The CDC team created a self-administered survey based on the ATSDR toolkit for the assessment of chemical exposures (3) to assess health effects, use of personal protective equipment, and preparedness training among emergency responders who worked at the incident site at any time during November 30–December 7, 2012. The CDC team met with emergency response leaders and local responders during the period December 11–21. Emergency responders completed surveys during the meetings, and those who did not attend any meetings had the option of mailing in a survey; 93 completed surveys were received.
Responders were categorized by profession, including emergency medical services, firefighters, police officers, and hazardous material technicians, and by cumulative duration of exposure. Because a typical work shift lasts 12 hours, participants were categorized as working ≤12 hours or >12 hours at the incident site during the entire 8-day period.
Symptoms were grouped according to clinical presentation (i.e., neurologic [dizziness, weakness, and loss of balance], upper respiratory [runny nose, burning nose or throat, and hoarseness], and lower respiratory [shortness of breath, chest tightness, wheezing, and burning chest sensations]). Coughing, increased congestion, and increased phlegm are presented separately from other respiratory indicators because their causes could be upper or lower respiratory in nature. Headache; nausea and vomiting; irritation, pain, or burning of the eyes and skin; and diarrhea were also reported.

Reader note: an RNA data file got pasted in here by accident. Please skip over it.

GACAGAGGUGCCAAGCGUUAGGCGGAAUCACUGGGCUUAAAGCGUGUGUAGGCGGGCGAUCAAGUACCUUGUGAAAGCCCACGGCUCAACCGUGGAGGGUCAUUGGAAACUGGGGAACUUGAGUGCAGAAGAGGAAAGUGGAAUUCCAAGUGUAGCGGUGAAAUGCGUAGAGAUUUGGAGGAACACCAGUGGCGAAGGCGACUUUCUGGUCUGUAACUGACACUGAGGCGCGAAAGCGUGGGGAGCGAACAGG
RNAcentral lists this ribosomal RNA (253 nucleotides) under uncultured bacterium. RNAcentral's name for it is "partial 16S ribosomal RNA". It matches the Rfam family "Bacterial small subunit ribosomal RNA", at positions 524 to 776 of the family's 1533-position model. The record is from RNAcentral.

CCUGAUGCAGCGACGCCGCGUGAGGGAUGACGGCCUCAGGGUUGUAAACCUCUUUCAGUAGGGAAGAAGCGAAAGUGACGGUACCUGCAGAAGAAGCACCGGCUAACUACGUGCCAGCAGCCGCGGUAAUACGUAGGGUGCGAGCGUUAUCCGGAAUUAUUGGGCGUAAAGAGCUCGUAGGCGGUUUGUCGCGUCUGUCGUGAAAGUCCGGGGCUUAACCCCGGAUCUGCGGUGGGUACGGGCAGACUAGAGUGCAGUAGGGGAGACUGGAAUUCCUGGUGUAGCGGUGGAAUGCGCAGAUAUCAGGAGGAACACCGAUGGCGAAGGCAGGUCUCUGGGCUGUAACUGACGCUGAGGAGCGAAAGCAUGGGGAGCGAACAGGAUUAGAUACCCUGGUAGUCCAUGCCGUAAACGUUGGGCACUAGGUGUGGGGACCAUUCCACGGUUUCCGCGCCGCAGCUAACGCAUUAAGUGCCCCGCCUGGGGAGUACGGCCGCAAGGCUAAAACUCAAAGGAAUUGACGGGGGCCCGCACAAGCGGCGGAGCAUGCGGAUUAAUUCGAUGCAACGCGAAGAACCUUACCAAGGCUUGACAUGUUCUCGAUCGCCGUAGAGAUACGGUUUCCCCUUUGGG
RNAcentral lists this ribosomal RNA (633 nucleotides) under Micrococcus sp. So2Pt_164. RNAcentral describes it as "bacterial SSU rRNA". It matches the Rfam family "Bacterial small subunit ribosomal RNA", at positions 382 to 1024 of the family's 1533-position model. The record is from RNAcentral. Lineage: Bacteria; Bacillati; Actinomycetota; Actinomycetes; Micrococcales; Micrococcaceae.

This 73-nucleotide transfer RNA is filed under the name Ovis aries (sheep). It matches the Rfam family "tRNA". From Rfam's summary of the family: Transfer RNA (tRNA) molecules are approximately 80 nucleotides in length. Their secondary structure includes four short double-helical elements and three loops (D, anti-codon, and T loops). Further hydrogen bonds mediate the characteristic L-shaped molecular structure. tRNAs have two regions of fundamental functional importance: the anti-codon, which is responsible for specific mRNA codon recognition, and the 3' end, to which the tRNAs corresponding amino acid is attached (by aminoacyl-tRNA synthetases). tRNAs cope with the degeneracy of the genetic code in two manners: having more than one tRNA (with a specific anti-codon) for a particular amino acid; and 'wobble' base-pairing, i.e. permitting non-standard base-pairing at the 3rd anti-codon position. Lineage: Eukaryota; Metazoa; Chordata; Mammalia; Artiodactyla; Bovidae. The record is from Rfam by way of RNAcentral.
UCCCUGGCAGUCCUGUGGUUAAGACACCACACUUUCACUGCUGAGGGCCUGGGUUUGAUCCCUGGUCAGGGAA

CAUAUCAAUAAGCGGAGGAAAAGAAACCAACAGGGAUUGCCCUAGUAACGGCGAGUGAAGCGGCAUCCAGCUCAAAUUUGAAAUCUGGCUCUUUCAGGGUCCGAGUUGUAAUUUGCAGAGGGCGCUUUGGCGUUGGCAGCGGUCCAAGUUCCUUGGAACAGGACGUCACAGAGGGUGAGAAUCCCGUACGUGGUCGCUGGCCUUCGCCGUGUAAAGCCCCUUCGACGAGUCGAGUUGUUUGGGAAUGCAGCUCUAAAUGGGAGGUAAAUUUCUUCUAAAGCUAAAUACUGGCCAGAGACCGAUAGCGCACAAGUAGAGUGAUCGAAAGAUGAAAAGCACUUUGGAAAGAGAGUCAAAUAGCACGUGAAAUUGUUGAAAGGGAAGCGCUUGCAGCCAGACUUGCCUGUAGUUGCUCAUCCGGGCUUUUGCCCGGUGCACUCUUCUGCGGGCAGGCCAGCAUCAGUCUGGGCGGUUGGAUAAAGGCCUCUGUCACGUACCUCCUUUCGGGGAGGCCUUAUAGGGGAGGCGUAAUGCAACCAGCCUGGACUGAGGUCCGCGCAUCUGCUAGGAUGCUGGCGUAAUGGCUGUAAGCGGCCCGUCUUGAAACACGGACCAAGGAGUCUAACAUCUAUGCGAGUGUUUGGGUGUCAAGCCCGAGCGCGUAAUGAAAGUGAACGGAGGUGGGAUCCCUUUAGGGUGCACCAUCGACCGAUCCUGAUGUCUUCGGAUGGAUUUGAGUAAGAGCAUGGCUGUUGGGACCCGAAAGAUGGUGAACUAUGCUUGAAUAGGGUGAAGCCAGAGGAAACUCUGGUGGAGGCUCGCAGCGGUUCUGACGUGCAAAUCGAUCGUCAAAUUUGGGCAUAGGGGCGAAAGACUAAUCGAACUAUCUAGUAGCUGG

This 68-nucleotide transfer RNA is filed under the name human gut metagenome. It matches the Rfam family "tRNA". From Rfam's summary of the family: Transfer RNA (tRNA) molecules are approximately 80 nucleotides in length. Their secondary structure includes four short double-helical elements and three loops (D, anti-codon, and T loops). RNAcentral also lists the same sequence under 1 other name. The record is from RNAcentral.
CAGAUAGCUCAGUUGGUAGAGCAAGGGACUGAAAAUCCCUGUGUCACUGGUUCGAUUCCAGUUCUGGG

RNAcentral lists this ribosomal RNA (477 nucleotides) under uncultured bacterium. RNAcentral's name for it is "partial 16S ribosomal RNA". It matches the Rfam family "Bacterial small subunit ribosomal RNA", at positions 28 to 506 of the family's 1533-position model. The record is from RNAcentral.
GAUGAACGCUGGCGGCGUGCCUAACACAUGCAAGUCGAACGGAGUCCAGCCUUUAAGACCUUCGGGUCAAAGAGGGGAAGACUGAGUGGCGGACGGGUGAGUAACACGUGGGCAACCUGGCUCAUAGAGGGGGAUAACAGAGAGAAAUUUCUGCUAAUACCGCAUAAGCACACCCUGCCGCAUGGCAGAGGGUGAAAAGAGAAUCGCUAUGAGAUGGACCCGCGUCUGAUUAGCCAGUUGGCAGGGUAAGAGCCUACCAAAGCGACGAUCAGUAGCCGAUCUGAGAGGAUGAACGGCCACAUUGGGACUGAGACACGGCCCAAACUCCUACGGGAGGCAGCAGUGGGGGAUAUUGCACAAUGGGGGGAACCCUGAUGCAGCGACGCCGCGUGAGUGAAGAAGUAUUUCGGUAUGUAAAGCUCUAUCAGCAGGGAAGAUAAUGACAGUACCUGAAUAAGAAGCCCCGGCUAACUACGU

Use of personal protective equipment, including respiratory protection, was assessed as well. In addition, respondents were asked questions to evaluate preparedness training. A bivariate analysis was conducted using statistical software.
A total of 93 surveys were completed, though not all questions were answered in all surveys. Of these, 72 were completed during meetings with emergency response leaders and local responders, and 21 were mailed in at a later time. Ninety-six percent of respondents were male and white, and the median age of respondents was 42 years (range = 19–78 years). Forty-eight percent (44 of 92) of respondents reported spending >12 hours at the site, and 52% (48 of 92) reported spending ≤12 hours at the site.